An essay is a well-structured (i.e., organized) presentation of your ideas about what you have read, observed, heard, seen.  It is presented in a way that is easy to follow and understand. 

An essay can have many purposes, but the basic structure is the same no matter what the assignment.  You may be writing an essay to argue for a particular point of view or to explain the steps necessary to complete a task.  For the essays required for this course, you may begin with a topic sentence such as: 

  • The ride along with the ABC police was not as exciting as I expected after watching many police shows on television.
  • I observed in the DEF courtroom and was surprised to realize that 30 cases processed in an hour
  • The character “Red” played by Morgan Freeman in the movie Shawshank Redemption was institutionalized by his long time in prison and this institutionalization related to the discussion in the text about the appropriateness of long prison sentences.  

To write an essay, follow a few simple steps:

  1. decide on your topic
  2. prepare an outline or diagram of your ideas
  3. write your thesis statement
  4. write the body of the paper
    1. write the main points
    2. write the sub-points
    3. elaborate on the sub-points
  5. write the introduction
  6. write the conclusion
  7. add the finishing touches

 

Link to Class Rubric

Class Assessment:

Readings - all chapters should be read before each class starting with the first class on June 7th.
One required paper on Ten Questions = 100 points
One Term Paper (3 Essays) = 200 points
Please note: all 3 Essays will be turned in together and will be written in APA format.
One Mid-Term = 150 points
One Final = 150 points
Six Quizzes = 150 points
Class Attendance and participation = 120 points. There will be points subtracted for arriving late or leaving early. No points will be given for failing to show for class. 
Total points allowed = 870

Grading:

In determining the number of points given to assignments or activities the major factors will be the following:
1. Was the instructions followed?
2. Was the work completed and handed in on time?
3. Did the student show interest and critical thinking in completing the assignment(s)?
4. Was the student involved with the class discussions and with other students?
870 - 783 = A
782 - 704 = B
703 - 633 = C
632 - 570 = D
569 or below = F

Late Submission of Course Materials:
There will be no late submission of course work. However having said that failure to turn in work on time will result in zero points unless the student notified instructor before class by phone, or email. There will be a reduction of 25 points for work not turned in the first week and 50 points reduction for work not turned in the second week. You can not miss the mid-term or final. Failure to turn in Quiz on time will result in zero points.  However, you can still use the quiz to study for mid-term or final. Also, please also refer to Attendance Policy in Syllabus for further questions. As noted in the Core Assessment your Term-Paper (3 essays) can not be late.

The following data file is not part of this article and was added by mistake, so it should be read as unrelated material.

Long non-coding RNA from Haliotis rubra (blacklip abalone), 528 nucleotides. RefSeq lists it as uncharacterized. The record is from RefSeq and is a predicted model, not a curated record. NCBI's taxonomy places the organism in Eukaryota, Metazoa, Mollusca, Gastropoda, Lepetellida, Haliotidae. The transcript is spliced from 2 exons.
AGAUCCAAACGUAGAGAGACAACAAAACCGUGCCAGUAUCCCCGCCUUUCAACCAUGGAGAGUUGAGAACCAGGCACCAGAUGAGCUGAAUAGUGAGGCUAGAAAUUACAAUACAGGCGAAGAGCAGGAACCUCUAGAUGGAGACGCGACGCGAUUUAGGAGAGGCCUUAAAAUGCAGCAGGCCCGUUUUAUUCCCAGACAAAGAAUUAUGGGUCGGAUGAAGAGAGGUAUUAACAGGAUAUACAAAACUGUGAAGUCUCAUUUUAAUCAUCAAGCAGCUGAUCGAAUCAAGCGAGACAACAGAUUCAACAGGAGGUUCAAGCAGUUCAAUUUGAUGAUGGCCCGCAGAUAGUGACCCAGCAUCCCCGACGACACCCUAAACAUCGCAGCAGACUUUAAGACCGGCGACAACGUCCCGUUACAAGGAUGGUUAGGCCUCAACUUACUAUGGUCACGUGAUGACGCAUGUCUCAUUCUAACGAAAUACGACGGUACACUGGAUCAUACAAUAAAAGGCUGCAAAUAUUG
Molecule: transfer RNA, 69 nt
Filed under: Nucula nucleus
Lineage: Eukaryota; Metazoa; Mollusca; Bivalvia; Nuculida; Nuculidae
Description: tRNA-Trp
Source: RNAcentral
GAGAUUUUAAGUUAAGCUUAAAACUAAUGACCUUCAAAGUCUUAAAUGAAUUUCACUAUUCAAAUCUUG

Classroom Rules of Conduct:

Arrive to class on time and having read all required chapters before hand.
Class participation includes arriving on time and leaving when class is over.
Class participation means sharing your ideas and opinions, but also being respectful of others. 
If you are going to be absence from class it is your responsibility to notify me before class. If you are absence from class it is your responsibility to make up missed assignments. 
No cell phones in class, no texting in class and no talking on your cell phone in class.
No sidebars in class while others are speaking. Please show respect by practicing tolerance, acceptance, you may gain real insight and understanding of each other's customs, opinions and ideas and have fun with your fellow students.
 
 

Course Topic/Dates/Assignments:

June 7th - week 1  Come to class having read chapters 1 thru 3.  Ten Questions take home due June 14th. Quiz. Video and handouts. Class discussion.
June 14th - week 2  Come to class having read chapters 4 thru 6. Turn in Ten Questions. Quiz 2. Video and handouts. Class discussion.
June 21st - week 3 Come to class having read chapters 7 thru 9. Quiz 3. Video and handouts. Class discussion. Mid-term review.
June 28th - week 4  Take mid-term. Read chapters 10 thru 13 for the 5th week July 5th.  Review requirements for Term paper (3 essays) with instructor.
July 5th - week 5  Come to class having read chapters 14 thru 16. Quiz 4. Video and handouts. Class discussion.
July 12th - week 6   Come to class having read chapters 17 thru 18 Quiz 5. Video and handouts. Class discussion.
July 19th - week 7  Term paper (3essays) Due.  Each Student will give a five to ten minute presentation in front of class. Quiz 6. Video and handouts. Class discussion. Review for Final.
July 26th - week 8 Take Final.

Academic Honesty:
Academic integrity is the foundation of the academic community. Because each student has the primary responsibility for being academically honest, students are advised to read and understand all sections of this policy relating to standards of conduct and academic life. Park University students and faculty members are encouraged to take advantage of the University resources available for learning about academic honesty (www.park.edu/current or http://www.park.edu/faculty/).from Park University 2010-2011 Undergraduate Catalog Page 92

Plagiarism:
Plagiarism involves the use of quotations without quotation marks, the use of quotations without indication of the source, the use of another's idea without acknowledging the source, the submission of a paper, laboratory report, project, or class assignment (any portion of such) prepared by another person, or incorrect paraphrasing. from Park University 2010-2011 Undergraduate Catalog Page 92-93

Attendance Policy:
Instructors are required to maintain attendance records and to report absences via the online attendance reporting system.